InfoLes Halles is open every Tuesday, Thursday, Friday, and Saturday from 7:00 AM to 1:00 PM. 

The food market Les Halles de Dijon, France.
The food market Les Halles de Dijon, France.

Mercado de Olhão, Portugal

Portugal’s culinary bounty is world famous! The Mercado in Olhão is the place to experience it. The market’s roots stretch back to the early 20th century and has been a bustling place ever since. Its building alone is worth a visit: inspired by Moorish architecture, it features a unique design with domes, arches, and whitewashed walls. So, what delicacies will you find within its walls? There are actually two sides: one for produce, flowers, meat, nuts, and local sweets and the other for that supremely Portuguese prize: seafood. On the seafood side, you’ll find sardines, mackerel, sea bream, sea bass, sole, red mullet, and tuna. Shrimp, prawns, langoustines, crabs, and lobsters will be crawling in tanks and containers. The freshest octopus, squid, and cuttlefish you’ll ever encounter will be for sale by the fishermen who caught them. Daryl and Mindi’s advice? Indulge in a seafood platter in the market itself. The shellfish are sweeter than you’d dream of. Eating here is savoring the very flavor of the sea and all it offers. Want something to wash down the food? Daryl and Mindi suggest trying vinho verde, a light, young, and slightly effervescent wine from the north of the country.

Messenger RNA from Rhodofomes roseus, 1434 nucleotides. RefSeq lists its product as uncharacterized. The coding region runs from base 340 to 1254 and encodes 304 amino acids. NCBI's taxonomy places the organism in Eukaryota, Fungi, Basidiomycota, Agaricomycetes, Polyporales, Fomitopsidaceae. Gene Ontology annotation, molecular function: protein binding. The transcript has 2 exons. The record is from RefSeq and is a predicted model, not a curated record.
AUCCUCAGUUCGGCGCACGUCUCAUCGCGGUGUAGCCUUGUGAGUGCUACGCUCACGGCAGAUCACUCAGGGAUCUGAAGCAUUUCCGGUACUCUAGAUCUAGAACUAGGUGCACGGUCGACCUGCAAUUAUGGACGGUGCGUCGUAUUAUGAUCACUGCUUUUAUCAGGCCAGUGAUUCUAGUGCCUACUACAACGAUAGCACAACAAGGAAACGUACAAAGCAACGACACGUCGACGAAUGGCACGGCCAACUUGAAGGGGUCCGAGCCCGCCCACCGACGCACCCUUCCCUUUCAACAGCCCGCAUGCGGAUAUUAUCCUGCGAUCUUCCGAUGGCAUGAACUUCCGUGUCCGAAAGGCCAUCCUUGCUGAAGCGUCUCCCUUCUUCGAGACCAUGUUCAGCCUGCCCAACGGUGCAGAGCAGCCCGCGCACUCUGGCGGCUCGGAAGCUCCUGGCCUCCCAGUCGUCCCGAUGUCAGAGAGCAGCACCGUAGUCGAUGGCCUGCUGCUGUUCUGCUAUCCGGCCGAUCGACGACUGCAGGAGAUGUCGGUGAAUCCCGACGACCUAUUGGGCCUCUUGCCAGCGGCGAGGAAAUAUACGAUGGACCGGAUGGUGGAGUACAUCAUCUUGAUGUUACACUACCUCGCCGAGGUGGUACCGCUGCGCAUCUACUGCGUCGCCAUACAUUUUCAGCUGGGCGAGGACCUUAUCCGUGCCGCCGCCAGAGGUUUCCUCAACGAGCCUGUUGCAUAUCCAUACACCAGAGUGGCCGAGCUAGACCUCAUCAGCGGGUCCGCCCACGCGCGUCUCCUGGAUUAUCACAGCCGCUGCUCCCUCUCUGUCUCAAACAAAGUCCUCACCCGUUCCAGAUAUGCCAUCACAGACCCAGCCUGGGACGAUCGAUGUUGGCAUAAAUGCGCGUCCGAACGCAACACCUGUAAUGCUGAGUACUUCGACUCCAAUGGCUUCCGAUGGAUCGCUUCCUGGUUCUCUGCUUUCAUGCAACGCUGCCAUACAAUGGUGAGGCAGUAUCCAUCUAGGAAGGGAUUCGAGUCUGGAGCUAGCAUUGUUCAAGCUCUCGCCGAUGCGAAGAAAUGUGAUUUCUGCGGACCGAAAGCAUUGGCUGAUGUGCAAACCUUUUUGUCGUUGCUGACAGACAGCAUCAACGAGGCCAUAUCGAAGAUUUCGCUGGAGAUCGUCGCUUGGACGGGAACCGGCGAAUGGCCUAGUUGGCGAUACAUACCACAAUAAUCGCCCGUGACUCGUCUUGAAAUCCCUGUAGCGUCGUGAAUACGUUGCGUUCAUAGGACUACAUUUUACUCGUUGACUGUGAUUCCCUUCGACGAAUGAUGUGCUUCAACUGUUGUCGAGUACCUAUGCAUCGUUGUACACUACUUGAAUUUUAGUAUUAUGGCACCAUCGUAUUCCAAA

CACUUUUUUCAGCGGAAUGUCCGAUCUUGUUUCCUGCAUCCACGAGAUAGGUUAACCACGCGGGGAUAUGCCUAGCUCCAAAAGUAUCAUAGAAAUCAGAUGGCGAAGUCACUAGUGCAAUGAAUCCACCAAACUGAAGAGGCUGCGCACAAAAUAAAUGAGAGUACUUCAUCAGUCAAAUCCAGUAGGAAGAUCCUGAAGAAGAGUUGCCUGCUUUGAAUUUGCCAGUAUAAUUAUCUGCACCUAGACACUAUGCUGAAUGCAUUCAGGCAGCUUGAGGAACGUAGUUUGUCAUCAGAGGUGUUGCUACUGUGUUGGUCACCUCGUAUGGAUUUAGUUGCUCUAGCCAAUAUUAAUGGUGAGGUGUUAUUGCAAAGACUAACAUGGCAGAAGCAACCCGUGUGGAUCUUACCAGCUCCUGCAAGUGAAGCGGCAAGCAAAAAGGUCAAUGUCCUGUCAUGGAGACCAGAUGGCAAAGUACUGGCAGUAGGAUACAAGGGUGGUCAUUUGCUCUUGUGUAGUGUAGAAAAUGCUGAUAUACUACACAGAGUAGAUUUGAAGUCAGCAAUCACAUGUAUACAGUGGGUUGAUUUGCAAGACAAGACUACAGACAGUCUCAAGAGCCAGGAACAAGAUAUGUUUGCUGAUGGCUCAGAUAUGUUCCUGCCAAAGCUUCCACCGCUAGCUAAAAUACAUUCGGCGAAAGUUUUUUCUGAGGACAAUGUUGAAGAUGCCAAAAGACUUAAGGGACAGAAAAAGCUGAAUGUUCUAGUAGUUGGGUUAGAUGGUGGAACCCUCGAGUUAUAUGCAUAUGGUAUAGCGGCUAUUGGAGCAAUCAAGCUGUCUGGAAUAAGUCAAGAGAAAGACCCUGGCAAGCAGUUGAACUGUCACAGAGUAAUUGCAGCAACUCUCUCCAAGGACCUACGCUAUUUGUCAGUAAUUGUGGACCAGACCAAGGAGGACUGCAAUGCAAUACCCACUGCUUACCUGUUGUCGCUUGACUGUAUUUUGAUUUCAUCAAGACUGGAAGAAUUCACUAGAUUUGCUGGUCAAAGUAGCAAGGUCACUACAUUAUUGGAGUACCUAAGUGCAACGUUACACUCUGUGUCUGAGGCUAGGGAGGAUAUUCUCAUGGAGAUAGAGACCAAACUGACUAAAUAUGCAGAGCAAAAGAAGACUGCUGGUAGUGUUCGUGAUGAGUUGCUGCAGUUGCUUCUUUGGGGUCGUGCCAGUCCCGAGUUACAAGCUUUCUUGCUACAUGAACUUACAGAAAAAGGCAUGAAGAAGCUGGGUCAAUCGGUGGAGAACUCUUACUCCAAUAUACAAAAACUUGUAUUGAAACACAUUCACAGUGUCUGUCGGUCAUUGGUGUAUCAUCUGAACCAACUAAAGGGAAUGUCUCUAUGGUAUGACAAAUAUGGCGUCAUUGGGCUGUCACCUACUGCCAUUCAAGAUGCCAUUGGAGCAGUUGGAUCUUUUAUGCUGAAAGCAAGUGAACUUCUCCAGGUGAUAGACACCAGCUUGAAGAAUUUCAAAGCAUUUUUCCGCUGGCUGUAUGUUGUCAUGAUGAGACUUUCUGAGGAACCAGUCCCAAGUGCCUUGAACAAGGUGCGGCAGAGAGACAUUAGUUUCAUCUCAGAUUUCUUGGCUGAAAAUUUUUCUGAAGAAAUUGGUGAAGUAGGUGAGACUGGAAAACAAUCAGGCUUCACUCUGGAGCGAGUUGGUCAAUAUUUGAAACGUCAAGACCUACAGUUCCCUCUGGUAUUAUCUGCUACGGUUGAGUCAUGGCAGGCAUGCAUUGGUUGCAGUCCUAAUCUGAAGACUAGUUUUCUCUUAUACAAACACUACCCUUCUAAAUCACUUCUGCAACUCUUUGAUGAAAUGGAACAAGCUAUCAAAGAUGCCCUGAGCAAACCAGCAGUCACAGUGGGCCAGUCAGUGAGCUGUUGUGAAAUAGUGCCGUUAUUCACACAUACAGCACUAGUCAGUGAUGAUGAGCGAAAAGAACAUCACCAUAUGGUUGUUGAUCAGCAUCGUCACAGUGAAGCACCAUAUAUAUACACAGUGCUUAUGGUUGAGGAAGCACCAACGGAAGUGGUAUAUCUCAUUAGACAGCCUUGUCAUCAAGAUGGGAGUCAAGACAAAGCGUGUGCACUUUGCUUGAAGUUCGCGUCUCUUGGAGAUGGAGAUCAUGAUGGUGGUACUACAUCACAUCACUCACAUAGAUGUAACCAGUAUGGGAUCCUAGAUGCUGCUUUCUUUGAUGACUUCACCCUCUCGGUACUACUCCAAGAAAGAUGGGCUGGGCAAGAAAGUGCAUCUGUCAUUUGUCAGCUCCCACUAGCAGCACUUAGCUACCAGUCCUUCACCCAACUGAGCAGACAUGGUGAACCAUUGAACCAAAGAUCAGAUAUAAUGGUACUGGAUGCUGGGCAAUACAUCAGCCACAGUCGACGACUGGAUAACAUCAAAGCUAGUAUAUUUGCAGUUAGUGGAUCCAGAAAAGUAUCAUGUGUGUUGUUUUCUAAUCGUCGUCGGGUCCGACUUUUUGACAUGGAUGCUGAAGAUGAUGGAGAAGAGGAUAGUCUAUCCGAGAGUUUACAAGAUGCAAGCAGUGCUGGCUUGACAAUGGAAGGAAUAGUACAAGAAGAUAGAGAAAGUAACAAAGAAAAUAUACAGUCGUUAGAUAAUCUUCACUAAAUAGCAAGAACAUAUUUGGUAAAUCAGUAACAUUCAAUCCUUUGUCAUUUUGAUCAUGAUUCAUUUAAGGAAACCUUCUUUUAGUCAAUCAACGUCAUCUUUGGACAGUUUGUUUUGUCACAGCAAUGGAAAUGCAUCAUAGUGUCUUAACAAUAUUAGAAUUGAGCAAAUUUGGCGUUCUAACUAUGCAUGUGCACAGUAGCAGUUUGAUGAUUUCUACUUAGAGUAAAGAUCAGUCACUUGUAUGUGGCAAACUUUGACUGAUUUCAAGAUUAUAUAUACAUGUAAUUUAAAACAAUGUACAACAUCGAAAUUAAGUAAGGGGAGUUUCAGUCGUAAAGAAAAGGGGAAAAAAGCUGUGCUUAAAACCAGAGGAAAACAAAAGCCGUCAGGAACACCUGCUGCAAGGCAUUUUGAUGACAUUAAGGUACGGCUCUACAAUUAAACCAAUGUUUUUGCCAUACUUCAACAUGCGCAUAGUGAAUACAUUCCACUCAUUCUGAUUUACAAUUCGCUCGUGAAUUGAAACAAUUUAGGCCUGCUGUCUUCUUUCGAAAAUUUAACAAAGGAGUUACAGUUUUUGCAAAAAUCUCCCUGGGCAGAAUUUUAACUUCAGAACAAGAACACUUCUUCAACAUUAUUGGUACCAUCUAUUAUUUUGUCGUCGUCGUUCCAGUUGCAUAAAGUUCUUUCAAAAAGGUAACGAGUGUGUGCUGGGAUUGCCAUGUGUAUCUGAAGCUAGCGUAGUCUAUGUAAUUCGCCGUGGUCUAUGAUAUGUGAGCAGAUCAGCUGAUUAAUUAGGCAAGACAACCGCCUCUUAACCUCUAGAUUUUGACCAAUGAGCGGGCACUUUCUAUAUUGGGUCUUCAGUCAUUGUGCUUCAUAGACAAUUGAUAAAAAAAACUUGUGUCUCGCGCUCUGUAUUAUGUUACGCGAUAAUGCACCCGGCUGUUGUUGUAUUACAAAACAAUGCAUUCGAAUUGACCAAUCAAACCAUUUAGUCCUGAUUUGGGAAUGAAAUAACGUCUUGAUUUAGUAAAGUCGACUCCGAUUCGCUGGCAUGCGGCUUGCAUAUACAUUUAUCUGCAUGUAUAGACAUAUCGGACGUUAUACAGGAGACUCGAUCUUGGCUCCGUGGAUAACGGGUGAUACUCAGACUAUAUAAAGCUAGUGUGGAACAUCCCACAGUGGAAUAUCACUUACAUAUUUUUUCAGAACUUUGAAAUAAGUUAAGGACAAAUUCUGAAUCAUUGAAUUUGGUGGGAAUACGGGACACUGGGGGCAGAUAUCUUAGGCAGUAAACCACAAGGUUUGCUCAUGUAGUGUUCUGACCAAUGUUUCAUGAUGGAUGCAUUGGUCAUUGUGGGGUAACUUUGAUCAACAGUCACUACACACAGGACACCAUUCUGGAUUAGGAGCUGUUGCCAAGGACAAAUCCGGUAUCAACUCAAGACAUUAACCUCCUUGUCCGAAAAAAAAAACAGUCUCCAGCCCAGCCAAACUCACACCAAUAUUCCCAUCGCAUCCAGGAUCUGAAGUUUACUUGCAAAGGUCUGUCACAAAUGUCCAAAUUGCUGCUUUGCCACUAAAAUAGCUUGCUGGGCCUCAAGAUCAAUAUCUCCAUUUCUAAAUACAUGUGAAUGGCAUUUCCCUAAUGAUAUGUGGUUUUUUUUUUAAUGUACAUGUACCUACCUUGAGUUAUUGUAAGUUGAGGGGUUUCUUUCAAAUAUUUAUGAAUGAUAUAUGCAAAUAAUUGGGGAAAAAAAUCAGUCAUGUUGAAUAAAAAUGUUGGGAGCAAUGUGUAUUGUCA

InfoThe Mercado de Olhão is open every day except Sunday from 7:00 AM to 2:00 PM. It’s busiest in the morning, so plan accordingly.

Mercado de Olhão, Portugal
Mercado de Olhão, Portugal.

Riga Central Market, Latvia